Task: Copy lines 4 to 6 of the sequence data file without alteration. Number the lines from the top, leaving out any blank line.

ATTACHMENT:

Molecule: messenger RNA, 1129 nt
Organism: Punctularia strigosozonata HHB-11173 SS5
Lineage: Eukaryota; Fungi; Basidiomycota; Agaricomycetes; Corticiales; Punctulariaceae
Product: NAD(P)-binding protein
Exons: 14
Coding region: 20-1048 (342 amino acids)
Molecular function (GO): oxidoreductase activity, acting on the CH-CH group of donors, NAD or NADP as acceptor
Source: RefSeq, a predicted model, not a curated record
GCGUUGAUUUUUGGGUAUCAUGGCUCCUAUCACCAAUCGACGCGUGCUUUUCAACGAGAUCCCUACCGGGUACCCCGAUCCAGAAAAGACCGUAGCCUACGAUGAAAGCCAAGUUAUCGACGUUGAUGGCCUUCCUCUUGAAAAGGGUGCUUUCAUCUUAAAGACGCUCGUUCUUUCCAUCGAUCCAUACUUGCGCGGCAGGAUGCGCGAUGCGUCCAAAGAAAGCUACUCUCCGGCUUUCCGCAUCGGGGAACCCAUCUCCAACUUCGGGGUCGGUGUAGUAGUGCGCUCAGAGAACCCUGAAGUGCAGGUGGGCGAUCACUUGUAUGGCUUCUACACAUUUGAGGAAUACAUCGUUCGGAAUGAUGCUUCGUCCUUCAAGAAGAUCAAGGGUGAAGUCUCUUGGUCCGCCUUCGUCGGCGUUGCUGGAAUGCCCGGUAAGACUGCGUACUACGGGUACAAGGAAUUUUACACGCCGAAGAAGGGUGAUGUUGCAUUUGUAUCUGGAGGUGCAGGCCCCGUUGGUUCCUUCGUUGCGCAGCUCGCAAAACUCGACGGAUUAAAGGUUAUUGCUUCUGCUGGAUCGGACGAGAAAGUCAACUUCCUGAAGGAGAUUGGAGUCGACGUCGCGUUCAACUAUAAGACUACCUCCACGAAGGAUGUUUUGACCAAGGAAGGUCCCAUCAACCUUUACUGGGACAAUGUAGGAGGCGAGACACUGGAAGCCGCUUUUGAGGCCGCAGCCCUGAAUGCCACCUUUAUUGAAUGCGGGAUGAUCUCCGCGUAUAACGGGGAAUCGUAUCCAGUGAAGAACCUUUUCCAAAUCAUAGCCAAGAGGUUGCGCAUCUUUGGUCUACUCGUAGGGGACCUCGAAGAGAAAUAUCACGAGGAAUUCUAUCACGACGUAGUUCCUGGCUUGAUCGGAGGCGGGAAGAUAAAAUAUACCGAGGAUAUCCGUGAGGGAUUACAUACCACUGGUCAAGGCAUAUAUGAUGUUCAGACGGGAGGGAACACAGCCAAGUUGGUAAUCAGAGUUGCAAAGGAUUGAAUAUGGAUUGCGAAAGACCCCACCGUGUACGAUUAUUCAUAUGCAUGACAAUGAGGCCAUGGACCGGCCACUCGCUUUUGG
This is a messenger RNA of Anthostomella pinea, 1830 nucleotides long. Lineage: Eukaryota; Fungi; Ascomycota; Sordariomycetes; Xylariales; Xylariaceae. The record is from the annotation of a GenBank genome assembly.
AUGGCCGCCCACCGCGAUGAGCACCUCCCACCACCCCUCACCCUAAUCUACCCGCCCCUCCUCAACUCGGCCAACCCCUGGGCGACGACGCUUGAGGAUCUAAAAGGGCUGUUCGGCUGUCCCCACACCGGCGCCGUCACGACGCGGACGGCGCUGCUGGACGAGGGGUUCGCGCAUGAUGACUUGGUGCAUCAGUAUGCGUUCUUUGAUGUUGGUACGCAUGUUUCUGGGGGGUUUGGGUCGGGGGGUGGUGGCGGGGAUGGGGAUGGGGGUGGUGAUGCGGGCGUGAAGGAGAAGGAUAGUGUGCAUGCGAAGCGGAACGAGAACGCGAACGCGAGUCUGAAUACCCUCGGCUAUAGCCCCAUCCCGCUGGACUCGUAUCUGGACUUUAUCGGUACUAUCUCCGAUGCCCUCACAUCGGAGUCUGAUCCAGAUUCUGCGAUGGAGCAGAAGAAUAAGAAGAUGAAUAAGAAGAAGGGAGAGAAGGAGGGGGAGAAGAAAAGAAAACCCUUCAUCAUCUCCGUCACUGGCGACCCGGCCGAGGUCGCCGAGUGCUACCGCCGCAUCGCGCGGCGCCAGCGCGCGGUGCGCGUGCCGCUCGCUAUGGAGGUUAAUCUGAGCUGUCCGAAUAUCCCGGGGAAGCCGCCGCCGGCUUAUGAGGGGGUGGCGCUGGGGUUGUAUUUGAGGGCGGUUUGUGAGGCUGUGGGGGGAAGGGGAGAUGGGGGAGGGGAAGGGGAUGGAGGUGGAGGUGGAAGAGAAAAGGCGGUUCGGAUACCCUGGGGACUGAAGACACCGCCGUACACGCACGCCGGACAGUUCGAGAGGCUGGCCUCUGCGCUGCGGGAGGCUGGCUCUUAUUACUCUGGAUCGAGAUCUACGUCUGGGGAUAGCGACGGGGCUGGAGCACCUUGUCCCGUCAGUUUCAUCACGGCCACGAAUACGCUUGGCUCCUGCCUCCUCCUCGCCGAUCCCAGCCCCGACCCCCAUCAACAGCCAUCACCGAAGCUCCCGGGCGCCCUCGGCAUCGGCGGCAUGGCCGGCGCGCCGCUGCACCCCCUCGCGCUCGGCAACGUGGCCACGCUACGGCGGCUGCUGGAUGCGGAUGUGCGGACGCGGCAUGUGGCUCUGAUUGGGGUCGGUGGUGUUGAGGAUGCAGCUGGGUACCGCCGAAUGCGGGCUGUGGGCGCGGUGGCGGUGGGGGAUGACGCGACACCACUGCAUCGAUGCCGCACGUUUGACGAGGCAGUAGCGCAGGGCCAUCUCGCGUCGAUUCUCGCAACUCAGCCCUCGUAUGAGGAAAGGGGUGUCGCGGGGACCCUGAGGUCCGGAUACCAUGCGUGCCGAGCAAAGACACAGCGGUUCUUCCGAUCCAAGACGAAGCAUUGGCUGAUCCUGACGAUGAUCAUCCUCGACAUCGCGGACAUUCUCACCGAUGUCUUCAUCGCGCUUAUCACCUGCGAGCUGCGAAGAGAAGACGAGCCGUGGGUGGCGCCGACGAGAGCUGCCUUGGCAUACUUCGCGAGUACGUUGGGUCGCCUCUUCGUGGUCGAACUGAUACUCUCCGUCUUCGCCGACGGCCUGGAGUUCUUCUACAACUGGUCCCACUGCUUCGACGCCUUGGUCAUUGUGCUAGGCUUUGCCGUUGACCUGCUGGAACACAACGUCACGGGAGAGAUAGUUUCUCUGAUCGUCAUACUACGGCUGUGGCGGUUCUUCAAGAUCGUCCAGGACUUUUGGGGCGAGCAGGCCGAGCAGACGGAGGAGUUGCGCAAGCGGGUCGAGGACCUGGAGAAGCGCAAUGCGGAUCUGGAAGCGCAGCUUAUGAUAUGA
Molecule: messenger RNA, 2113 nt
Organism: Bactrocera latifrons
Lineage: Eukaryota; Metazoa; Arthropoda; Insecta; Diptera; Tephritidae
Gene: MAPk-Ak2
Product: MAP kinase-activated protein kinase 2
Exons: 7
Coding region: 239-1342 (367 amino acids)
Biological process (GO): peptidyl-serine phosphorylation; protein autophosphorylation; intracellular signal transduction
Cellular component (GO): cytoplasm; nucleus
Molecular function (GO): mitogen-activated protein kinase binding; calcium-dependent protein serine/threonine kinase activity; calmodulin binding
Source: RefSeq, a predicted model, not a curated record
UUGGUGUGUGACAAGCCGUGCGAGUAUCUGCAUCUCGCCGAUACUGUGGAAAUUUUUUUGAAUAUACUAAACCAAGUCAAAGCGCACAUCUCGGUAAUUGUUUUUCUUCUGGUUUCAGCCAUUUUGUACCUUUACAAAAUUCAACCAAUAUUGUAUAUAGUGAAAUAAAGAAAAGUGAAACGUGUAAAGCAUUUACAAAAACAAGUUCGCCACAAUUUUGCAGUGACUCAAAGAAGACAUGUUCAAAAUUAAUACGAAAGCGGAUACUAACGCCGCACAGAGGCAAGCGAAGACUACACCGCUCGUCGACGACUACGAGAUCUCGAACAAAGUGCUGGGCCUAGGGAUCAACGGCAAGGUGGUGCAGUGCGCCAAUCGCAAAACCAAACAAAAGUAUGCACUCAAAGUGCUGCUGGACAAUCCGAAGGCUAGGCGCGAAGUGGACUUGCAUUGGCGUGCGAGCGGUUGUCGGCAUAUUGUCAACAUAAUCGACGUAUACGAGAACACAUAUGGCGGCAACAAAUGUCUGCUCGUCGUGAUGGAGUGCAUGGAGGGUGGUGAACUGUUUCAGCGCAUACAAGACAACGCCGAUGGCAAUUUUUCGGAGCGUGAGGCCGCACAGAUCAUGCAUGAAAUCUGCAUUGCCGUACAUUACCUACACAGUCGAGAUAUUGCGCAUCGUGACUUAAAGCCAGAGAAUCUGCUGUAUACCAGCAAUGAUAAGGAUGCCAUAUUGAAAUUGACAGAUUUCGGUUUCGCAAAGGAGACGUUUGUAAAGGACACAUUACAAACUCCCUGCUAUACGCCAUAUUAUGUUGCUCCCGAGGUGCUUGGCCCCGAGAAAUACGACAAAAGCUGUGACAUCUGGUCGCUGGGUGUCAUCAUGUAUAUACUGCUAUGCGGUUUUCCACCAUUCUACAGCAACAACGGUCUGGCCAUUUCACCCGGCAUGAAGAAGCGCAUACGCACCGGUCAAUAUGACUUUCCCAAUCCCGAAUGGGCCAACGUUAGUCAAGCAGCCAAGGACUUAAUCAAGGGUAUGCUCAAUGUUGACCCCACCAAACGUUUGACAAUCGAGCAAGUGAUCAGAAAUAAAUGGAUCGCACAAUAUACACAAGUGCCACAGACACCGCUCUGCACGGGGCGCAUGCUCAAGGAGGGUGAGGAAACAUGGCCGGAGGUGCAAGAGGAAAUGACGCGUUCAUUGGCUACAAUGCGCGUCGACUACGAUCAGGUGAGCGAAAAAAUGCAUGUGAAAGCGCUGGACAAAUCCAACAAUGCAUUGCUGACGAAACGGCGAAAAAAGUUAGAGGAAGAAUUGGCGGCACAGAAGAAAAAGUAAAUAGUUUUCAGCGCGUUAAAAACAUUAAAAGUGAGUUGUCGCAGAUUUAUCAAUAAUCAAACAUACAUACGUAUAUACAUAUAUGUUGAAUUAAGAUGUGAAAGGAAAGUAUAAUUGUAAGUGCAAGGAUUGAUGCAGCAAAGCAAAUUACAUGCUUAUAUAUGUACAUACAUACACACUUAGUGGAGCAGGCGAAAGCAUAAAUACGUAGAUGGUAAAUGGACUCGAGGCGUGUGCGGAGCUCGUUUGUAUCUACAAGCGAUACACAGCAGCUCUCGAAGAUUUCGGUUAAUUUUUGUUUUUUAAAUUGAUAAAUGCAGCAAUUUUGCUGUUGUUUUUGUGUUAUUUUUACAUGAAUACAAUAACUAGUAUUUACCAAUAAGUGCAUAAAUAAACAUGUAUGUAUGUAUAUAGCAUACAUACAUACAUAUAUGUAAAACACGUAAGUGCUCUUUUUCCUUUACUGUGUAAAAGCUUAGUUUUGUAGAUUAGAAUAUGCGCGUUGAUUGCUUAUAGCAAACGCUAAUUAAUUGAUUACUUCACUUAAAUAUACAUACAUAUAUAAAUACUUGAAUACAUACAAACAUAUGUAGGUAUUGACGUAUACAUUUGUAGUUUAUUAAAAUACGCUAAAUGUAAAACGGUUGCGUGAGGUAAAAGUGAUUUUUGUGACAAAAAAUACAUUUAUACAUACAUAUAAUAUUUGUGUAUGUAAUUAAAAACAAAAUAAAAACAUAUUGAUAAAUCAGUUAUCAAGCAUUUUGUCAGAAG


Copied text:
Product: NAD(P)-binding protein
Exons: 14
Coding region: 20-1048 (342 amino acids)